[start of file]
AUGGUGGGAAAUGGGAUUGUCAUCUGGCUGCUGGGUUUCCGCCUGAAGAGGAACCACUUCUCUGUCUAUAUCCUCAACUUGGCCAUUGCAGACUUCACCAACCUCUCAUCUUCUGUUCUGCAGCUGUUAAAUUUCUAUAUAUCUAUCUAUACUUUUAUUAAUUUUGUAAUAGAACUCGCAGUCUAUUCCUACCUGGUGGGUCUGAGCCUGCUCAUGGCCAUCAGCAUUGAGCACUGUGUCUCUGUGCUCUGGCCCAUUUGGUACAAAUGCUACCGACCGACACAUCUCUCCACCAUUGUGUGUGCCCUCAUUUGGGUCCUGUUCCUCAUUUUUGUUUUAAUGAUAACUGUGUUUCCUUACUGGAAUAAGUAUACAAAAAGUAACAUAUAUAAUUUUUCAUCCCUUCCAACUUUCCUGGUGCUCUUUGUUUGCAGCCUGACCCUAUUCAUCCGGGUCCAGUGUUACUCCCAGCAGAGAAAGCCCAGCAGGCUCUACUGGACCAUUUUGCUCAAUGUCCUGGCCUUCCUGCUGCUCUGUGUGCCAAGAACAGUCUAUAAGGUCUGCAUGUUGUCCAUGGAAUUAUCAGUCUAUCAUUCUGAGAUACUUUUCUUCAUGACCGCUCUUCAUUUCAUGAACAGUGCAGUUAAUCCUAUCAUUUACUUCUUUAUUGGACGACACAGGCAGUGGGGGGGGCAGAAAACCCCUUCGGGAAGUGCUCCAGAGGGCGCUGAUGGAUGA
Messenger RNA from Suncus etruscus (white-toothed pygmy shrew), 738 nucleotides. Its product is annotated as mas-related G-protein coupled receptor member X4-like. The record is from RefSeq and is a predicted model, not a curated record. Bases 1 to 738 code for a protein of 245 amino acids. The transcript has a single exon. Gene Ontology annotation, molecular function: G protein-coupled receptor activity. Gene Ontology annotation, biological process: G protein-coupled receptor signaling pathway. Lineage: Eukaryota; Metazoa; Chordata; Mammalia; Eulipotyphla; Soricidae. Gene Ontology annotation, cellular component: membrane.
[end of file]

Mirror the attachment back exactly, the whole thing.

AUGGUGGGAAAUGGGAUUGUCAUCUGGCUGCUGGGUUUCCGCCUGAAGAGGAACCACUUCUCUGUCUAUAUCCUCAACUUGGCCAUUGCAGACUUCACCAACCUCUCAUCUUCUGUUCUGCAGCUGUUAAAUUUCUAUAUAUCUAUCUAUACUUUUAUUAAUUUUGUAAUAGAACUCGCAGUCUAUUCCUACCUGGUGGGUCUGAGCCUGCUCAUGGCCAUCAGCAUUGAGCACUGUGUCUCUGUGCUCUGGCCCAUUUGGUACAAAUGCUACCGACCGACACAUCUCUCCACCAUUGUGUGUGCCCUCAUUUGGGUCCUGUUCCUCAUUUUUGUUUUAAUGAUAACUGUGUUUCCUUACUGGAAUAAGUAUACAAAAAGUAACAUAUAUAAUUUUUCAUCCCUUCCAACUUUCCUGGUGCUCUUUGUUUGCAGCCUGACCCUAUUCAUCCGGGUCCAGUGUUACUCCCAGCAGAGAAAGCCCAGCAGGCUCUACUGGACCAUUUUGCUCAAUGUCCUGGCCUUCCUGCUGCUCUGUGUGCCAAGAACAGUCUAUAAGGUCUGCAUGUUGUCCAUGGAAUUAUCAGUCUAUCAUUCUGAGAUACUUUUCUUCAUGACCGCUCUUCAUUUCAUGAACAGUGCAGUUAAUCCUAUCAUUUACUUCUUUAUUGGACGACACAGGCAGUGGGGGGGGCAGAAAACCCCUUCGGGAAGUGCUCCAGAGGGCGCUGAUGGAUGA
Messenger RNA from Suncus etruscus (white-toothed pygmy shrew), 738 nucleotides. Its product is annotated as mas-related G-protein coupled receptor member X4-like. The record is from RefSeq and is a predicted model, not a curated record. Bases 1 to 738 code for a protein of 245 amino acids. The transcript has a single exon. Gene Ontology annotation, molecular function: G protein-coupled receptor activity. Gene Ontology annotation, biological process: G protein-coupled receptor signaling pathway. Lineage: Eukaryota; Metazoa; Chordata; Mammalia; Eulipotyphla; Soricidae. Gene Ontology annotation, cellular component: membrane.